The convergence of the digital and on-the-ground economies works its way through the museum industry. This article provides a thoughtful grounding to how the industry came to be, the transformative moment (a hint of this in the set of quotes below), and suggests emergent business models to tap into going forward.
In particular, the author focuses on demand pricing (think Lyft and Uber) and Netflix-like subscriptions. As a part-time Lyft driver myself (my other jobs include working in the IT department at a college in Boston, and to an increasing degree curating these posts), I can fully appreciate the dynamic that could be unleashed with these powerful new tools and approaches.
Visitor numbers have grown to record highs over the last 15 years, driven by global tourism; by their opening up to the web and digital media, and the brilliance of a legendary generation of great directors led by Neil MacGregor at the British Museum and Nicholas Serota at the Tate. Yet they live with the perception of economic uncertainty.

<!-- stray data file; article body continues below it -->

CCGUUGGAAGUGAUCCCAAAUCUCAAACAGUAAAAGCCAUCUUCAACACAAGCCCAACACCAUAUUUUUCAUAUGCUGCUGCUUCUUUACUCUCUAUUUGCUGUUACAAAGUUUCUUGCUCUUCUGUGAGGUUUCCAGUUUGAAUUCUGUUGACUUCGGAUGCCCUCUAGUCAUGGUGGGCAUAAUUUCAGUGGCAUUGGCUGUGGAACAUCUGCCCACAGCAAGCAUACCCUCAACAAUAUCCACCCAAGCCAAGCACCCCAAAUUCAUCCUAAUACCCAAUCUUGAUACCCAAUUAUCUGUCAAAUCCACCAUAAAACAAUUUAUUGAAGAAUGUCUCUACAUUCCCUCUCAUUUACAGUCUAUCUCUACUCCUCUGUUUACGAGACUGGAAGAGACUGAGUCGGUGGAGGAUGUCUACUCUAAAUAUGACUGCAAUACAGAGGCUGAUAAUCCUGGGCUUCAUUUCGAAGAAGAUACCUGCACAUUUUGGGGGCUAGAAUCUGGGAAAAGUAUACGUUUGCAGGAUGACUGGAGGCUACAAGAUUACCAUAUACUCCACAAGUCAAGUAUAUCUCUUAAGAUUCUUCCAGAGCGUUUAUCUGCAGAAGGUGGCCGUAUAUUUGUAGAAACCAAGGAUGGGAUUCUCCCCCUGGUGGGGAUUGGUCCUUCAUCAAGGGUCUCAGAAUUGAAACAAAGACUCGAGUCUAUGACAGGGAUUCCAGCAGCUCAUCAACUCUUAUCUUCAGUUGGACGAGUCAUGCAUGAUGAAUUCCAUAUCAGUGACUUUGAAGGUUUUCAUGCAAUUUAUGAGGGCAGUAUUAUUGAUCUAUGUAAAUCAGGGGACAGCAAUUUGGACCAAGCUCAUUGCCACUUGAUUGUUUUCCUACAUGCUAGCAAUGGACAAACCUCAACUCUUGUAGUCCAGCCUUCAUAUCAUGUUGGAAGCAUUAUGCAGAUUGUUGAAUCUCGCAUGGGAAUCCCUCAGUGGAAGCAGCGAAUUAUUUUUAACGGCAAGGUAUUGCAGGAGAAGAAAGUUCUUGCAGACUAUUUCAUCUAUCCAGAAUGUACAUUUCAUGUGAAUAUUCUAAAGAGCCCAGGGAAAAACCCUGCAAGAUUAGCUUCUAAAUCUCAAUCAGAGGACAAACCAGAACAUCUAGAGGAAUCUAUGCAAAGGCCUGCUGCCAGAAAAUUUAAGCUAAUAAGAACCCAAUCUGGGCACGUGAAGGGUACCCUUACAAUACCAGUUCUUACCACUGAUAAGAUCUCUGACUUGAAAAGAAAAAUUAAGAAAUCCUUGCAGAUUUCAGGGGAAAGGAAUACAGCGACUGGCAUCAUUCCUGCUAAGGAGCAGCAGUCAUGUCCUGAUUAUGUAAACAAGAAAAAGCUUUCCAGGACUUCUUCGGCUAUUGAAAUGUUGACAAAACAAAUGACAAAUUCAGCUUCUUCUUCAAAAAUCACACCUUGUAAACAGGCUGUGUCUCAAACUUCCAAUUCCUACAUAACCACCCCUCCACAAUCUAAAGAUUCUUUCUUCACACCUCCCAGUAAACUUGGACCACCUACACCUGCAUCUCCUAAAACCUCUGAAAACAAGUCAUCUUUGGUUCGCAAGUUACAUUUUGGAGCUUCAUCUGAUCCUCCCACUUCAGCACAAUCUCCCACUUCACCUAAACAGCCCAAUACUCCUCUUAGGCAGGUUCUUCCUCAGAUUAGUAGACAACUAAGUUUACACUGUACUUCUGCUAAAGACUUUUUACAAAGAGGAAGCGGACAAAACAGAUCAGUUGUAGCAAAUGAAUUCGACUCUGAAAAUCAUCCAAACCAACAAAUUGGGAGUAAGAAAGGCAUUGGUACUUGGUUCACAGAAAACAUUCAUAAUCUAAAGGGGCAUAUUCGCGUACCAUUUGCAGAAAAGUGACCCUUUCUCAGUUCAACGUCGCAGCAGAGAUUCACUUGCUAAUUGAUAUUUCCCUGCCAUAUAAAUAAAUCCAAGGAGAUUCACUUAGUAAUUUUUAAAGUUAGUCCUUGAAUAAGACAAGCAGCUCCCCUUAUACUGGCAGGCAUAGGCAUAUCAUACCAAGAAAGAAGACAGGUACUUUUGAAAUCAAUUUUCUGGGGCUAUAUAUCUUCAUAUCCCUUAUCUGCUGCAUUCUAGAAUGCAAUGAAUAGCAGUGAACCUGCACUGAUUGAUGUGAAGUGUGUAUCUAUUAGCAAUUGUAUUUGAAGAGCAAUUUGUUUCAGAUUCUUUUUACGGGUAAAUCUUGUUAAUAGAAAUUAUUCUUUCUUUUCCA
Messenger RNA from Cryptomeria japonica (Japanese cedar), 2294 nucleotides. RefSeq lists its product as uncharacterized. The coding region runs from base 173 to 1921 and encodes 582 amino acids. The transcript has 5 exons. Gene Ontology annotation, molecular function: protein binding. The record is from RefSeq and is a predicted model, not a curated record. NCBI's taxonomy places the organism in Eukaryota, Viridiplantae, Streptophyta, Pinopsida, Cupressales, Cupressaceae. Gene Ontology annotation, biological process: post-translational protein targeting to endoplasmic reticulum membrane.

But what if economic change was possible from within? What if there were things implicit in the business models of museums that could evolve and allow them to be re-fit for the age of the digital economy? What would that mean?
That model held for a long time – largely until the 1970s, when both capitalism as a whole, and museums economic models began to change, and a more pronounced need for consumerism came about. Over the course of that decade, the modern business model of the museum emerged. It happened because as the global economy went into what turned out to be 40 years and more of stagnation, the museum sector got its greatest ever moment: King Tut came out of Egypt, and the world turned out to watch. […]